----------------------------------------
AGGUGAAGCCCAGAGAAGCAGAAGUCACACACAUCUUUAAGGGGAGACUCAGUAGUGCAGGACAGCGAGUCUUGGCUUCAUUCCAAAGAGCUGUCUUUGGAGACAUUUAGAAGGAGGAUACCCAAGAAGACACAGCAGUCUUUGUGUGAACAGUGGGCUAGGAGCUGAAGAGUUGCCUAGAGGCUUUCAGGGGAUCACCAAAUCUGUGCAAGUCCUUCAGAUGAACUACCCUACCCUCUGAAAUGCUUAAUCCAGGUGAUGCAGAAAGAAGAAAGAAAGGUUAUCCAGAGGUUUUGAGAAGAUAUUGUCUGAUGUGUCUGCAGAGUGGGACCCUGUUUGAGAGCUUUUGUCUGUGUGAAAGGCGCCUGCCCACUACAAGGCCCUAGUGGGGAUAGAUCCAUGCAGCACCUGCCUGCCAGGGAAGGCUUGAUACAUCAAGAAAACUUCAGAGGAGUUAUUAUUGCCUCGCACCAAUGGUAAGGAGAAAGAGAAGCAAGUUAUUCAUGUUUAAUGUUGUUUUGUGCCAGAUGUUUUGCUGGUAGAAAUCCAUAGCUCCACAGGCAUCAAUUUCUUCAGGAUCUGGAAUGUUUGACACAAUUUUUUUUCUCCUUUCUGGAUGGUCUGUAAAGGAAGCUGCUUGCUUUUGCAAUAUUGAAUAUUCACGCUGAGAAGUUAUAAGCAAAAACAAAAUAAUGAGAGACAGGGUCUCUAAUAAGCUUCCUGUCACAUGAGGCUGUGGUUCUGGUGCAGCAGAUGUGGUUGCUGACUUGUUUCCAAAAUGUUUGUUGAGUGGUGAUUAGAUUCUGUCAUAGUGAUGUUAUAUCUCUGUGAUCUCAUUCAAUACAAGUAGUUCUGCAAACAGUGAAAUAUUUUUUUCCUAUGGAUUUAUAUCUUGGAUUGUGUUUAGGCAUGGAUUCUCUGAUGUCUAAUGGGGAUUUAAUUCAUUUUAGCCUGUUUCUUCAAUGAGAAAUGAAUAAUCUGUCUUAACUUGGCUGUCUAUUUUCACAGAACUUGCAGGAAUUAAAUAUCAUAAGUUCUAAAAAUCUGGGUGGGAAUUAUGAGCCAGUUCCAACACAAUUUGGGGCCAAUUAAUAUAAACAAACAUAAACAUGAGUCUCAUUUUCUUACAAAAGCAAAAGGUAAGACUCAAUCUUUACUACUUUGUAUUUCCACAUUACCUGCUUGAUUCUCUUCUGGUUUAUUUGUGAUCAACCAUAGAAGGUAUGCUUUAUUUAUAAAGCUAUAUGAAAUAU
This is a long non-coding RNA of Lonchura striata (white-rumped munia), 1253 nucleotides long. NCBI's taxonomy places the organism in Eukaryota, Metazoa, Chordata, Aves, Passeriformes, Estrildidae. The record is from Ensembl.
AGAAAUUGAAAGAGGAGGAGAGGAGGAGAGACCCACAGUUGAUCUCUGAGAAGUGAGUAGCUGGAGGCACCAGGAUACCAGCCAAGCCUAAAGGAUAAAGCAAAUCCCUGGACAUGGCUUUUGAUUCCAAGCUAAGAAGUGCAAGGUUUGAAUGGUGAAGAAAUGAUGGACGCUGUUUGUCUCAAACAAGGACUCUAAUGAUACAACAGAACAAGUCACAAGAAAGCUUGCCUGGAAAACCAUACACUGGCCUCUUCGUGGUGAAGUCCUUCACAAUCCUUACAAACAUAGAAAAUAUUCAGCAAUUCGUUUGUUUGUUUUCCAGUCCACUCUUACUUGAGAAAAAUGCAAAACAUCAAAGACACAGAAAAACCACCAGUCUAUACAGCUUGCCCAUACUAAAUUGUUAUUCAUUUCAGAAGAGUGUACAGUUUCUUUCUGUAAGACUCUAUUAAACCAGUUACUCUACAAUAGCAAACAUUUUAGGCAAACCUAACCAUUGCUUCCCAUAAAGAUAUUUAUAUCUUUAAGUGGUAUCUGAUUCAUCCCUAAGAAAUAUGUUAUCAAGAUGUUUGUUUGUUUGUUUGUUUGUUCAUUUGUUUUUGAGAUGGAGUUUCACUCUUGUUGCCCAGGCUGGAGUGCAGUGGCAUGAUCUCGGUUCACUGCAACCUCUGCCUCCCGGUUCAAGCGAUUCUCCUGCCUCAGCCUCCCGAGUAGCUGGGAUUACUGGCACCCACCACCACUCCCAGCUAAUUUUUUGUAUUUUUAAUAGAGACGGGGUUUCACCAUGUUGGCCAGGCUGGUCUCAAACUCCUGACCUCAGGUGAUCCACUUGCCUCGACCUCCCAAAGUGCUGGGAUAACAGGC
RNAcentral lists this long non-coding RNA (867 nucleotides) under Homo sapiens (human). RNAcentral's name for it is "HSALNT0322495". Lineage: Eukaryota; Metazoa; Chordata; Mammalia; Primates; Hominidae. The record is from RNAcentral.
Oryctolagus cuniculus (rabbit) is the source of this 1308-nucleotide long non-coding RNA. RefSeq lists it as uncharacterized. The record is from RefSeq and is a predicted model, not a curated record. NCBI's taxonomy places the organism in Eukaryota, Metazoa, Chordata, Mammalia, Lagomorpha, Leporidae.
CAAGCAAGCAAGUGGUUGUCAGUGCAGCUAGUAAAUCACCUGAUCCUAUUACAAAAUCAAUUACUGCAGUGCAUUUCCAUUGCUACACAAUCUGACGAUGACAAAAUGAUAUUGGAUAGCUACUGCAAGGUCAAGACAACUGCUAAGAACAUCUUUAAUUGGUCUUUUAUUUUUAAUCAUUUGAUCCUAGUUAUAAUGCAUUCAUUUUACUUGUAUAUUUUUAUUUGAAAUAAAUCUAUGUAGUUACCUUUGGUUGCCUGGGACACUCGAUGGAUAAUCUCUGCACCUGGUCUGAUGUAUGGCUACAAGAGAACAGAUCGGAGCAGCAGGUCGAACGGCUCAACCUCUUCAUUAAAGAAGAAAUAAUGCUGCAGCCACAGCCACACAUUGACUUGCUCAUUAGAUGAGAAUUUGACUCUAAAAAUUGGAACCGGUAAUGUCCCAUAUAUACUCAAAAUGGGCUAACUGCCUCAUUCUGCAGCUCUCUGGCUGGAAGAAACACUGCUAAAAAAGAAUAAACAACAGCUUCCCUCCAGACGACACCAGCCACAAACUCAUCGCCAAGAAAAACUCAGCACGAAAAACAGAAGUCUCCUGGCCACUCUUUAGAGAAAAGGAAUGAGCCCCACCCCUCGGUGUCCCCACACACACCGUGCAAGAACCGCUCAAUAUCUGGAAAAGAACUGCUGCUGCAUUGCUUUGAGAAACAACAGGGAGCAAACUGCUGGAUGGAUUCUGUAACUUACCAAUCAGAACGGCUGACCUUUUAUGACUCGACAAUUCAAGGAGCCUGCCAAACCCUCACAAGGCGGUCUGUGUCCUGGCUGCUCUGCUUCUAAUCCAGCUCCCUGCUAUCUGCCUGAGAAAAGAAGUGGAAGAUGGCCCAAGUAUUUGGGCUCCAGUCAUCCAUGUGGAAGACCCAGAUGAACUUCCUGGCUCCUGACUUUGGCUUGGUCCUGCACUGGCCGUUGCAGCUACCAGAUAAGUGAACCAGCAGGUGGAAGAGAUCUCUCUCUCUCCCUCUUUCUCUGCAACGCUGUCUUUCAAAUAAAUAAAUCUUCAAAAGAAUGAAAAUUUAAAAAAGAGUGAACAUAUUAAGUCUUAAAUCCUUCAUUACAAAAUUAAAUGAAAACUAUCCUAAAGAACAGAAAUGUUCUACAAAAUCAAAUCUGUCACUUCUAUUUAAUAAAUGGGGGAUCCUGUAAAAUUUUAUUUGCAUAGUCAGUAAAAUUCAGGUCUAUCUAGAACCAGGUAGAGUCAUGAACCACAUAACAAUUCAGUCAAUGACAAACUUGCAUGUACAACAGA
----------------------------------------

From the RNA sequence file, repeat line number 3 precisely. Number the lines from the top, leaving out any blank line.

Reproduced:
AGAAAUUGAAAGAGGAGGAGAGGAGGAGAGACCCACAGUUGAUCUCUGAGAAGUGAGUAGCUGGAGGCACCAGGAUACCAGCCAAGCCUAAAGGAUAAAGCAAAUCCCUGGACAUGGCUUUUGAUUCCAAGCUAAGAAGUGCAAGGUUUGAAUGGUGAAGAAAUGAUGGACGCUGUUUGUCUCAAACAAGGACUCUAAUGAUACAACAGAACAAGUCACAAGAAAGCUUGCCUGGAAAACCAUACACUGGCCUCUUCGUGGUGAAGUCCUUCACAAUCCUUACAAACAUAGAAAAUAUUCAGCAAUUCGUUUGUUUGUUUUCCAGUCCACUCUUACUUGAGAAAAAUGCAAAACAUCAAAGACACAGAAAAACCACCAGUCUAUACAGCUUGCCCAUACUAAAUUGUUAUUCAUUUCAGAAGAGUGUACAGUUUCUUUCUGUAAGACUCUAUUAAACCAGUUACUCUACAAUAGCAAACAUUUUAGGCAAACCUAACCAUUGCUUCCCAUAAAGAUAUUUAUAUCUUUAAGUGGUAUCUGAUUCAUCCCUAAGAAAUAUGUUAUCAAGAUGUUUGUUUGUUUGUUUGUUUGUUCAUUUGUUUUUGAGAUGGAGUUUCACUCUUGUUGCCCAGGCUGGAGUGCAGUGGCAUGAUCUCGGUUCACUGCAACCUCUGCCUCCCGGUUCAAGCGAUUCUCCUGCCUCAGCCUCCCGAGUAGCUGGGAUUACUGGCACCCACCACCACUCCCAGCUAAUUUUUUGUAUUUUUAAUAGAGACGGGGUUUCACCAUGUUGGCCAGGCUGGUCUCAAACUCCUGACCUCAGGUGAUCCACUUGCCUCGACCUCCCAAAGUGCUGGGAUAACAGGC